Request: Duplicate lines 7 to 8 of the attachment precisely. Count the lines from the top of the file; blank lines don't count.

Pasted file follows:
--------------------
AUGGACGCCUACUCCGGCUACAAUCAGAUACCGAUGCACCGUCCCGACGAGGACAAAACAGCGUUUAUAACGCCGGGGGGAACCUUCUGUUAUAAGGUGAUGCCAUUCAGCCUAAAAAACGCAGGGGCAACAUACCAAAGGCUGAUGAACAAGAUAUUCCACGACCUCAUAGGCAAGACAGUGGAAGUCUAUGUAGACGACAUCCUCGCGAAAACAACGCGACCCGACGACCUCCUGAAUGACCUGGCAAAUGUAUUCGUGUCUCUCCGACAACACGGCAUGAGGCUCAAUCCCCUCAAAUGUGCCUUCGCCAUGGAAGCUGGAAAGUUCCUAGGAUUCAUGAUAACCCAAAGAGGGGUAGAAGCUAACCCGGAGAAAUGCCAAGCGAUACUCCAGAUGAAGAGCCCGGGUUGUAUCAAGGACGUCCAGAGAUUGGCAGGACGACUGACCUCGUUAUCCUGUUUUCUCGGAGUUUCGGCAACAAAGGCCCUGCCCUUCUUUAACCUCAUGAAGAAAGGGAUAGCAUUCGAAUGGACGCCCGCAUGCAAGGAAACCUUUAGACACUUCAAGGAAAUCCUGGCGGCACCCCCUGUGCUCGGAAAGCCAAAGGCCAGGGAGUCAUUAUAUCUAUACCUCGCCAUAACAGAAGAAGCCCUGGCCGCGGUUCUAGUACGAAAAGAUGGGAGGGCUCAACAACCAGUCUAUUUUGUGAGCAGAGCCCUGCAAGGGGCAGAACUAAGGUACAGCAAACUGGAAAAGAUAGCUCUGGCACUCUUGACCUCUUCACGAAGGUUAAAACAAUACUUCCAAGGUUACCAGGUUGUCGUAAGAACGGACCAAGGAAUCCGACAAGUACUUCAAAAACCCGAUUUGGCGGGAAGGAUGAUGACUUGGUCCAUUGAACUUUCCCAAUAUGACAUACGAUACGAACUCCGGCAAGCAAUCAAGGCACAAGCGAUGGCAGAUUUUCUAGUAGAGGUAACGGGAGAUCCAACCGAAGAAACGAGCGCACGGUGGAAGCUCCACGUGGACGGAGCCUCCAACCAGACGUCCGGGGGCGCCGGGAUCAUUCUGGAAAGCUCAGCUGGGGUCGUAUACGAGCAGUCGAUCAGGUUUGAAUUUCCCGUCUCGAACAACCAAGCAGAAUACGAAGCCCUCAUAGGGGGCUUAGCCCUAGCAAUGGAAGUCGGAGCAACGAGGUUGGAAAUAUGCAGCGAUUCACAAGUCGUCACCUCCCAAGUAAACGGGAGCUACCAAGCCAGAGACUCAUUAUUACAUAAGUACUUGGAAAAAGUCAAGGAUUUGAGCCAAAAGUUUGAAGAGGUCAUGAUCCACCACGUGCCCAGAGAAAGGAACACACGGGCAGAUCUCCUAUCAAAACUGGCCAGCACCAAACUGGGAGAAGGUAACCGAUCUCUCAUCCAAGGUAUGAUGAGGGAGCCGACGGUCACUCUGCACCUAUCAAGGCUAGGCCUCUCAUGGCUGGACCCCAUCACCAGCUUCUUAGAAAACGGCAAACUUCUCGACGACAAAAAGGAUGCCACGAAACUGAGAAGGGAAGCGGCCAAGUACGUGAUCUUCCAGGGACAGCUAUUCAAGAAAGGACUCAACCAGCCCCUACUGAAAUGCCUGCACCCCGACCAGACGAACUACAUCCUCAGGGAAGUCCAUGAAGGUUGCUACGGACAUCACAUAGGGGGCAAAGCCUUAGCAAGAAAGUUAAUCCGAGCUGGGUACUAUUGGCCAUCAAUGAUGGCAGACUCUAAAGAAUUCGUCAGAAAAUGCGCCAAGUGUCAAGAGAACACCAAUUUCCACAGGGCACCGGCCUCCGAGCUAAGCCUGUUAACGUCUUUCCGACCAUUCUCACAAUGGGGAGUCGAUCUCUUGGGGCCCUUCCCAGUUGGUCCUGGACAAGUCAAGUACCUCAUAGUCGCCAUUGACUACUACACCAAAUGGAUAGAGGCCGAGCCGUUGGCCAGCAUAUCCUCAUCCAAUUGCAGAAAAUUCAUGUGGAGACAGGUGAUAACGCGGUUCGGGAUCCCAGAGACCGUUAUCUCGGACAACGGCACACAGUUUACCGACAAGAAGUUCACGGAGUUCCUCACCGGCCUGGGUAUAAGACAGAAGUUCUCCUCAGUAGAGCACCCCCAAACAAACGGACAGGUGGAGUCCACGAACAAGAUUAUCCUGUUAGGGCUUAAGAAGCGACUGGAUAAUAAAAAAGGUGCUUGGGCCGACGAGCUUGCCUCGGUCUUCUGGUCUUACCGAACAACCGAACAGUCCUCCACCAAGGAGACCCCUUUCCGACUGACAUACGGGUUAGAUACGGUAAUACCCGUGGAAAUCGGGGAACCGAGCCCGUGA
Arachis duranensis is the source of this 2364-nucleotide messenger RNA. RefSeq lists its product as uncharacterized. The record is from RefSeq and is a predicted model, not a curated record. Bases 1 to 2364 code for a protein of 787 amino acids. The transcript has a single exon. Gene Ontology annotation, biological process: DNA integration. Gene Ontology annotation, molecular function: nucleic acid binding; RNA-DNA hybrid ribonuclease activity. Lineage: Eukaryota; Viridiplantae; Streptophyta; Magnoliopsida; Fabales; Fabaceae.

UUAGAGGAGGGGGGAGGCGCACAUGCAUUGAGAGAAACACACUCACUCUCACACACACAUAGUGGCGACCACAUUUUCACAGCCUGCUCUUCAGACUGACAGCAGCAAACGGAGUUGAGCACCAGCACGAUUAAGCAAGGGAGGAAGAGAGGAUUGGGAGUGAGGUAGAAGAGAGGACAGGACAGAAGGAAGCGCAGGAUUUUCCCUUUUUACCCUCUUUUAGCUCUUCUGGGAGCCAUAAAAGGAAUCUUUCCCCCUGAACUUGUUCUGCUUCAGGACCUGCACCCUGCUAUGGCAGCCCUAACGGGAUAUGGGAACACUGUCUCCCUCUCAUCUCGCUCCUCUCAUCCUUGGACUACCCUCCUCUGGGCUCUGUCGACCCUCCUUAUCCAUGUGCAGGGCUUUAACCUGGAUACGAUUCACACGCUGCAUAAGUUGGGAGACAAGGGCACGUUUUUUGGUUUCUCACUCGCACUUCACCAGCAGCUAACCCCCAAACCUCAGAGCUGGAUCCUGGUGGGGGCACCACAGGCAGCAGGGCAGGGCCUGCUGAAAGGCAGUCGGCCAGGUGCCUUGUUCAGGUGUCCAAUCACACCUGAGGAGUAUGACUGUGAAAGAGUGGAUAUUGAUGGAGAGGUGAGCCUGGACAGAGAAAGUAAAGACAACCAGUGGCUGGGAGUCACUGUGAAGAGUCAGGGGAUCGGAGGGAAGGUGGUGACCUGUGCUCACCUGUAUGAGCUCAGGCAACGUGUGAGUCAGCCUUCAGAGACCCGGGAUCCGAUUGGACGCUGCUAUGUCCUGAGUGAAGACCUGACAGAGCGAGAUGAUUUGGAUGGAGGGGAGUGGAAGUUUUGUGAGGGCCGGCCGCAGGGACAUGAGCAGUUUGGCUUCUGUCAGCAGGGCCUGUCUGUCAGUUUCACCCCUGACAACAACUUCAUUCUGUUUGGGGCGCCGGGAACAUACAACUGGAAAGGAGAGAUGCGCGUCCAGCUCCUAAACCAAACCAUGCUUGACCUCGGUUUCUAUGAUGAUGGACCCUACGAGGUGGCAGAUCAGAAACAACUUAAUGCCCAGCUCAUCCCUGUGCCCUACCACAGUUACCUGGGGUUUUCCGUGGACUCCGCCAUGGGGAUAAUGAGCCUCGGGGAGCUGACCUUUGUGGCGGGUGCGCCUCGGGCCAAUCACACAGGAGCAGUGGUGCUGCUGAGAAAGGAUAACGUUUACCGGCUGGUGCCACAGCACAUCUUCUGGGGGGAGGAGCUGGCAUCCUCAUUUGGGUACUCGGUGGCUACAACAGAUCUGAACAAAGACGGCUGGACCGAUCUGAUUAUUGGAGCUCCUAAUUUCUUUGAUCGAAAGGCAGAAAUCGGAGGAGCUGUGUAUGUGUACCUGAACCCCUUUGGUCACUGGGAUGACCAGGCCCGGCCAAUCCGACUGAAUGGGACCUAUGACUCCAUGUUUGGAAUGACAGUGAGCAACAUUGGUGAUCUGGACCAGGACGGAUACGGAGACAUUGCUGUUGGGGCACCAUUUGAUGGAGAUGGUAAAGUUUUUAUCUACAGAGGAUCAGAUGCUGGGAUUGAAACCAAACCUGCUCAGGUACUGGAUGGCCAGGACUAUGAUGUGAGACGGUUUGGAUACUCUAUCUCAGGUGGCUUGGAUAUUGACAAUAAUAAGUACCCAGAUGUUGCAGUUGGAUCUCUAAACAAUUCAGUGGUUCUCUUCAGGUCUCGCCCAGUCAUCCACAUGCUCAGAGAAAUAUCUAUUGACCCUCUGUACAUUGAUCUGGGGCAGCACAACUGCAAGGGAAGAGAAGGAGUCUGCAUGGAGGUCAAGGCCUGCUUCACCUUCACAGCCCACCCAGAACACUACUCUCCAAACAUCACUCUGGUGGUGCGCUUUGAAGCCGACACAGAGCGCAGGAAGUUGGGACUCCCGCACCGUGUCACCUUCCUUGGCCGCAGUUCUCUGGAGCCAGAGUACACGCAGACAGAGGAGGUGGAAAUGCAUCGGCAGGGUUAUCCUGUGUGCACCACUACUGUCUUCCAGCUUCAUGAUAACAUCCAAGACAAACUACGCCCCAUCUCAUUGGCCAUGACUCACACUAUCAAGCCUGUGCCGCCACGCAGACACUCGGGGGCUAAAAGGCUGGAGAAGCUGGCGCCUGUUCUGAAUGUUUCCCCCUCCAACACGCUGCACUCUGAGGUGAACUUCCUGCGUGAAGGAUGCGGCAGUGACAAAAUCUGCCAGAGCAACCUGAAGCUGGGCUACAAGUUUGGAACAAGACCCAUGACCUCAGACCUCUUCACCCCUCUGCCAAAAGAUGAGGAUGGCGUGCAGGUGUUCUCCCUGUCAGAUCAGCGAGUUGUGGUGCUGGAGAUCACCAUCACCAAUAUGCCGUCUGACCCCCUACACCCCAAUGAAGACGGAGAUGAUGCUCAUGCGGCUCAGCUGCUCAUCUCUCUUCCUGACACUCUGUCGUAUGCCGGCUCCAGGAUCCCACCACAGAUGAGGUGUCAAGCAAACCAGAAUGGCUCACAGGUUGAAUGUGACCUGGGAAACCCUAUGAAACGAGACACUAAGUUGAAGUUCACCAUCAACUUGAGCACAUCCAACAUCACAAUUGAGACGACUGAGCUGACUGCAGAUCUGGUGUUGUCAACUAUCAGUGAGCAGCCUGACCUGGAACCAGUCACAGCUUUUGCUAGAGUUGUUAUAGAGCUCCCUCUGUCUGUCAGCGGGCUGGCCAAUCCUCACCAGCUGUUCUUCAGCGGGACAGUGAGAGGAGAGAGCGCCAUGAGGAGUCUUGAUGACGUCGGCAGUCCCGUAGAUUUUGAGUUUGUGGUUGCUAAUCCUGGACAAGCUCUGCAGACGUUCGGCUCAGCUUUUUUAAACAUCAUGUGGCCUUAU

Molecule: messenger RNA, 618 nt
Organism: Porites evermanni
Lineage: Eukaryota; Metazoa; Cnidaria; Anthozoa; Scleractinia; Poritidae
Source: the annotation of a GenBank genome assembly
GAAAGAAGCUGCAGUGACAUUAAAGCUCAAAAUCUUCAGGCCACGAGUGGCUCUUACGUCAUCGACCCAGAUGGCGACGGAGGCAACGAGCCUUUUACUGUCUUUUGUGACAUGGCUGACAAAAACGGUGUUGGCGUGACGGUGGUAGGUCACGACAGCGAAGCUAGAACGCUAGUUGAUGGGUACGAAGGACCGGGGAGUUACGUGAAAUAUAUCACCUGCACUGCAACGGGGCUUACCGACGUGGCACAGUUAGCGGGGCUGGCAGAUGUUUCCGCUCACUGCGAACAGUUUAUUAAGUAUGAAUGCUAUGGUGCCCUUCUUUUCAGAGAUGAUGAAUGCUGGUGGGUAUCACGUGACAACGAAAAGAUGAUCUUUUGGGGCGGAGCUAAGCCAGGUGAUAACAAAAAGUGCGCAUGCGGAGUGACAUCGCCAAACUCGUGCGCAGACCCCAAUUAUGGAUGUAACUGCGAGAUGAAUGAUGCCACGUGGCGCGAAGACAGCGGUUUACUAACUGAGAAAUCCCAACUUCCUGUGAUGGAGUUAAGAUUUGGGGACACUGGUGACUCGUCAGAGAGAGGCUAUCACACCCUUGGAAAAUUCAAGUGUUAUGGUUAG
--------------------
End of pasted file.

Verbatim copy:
Source: the annotation of a GenBank genome assembly
GAAAGAAGCUGCAGUGACAUUAAAGCUCAAAAUCUUCAGGCCACGAGUGGCUCUUACGUCAUCGACCCAGAUGGCGACGGAGGCAACGAGCCUUUUACUGUCUUUUGUGACAUGGCUGACAAAAACGGUGUUGGCGUGACGGUGGUAGGUCACGACAGCGAAGCUAGAACGCUAGUUGAUGGGUACGAAGGACCGGGGAGUUACGUGAAAUAUAUCACCUGCACUGCAACGGGGCUUACCGACGUGGCACAGUUAGCGGGGCUGGCAGAUGUUUCCGCUCACUGCGAACAGUUUAUUAAGUAUGAAUGCUAUGGUGCCCUUCUUUUCAGAGAUGAUGAAUGCUGGUGGGUAUCACGUGACAACGAAAAGAUGAUCUUUUGGGGCGGAGCUAAGCCAGGUGAUAACAAAAAGUGCGCAUGCGGAGUGACAUCGCCAAACUCGUGCGCAGACCCCAAUUAUGGAUGUAACUGCGAGAUGAAUGAUGCCACGUGGCGCGAAGACAGCGGUUUACUAACUGAGAAAUCCCAACUUCCUGUGAUGGAGUUAAGAUUUGGGGACACUGGUGACUCGUCAGAGAGAGGCUAUCACACCCUUGGAAAAUUCAAGUGUUAUGGUUAG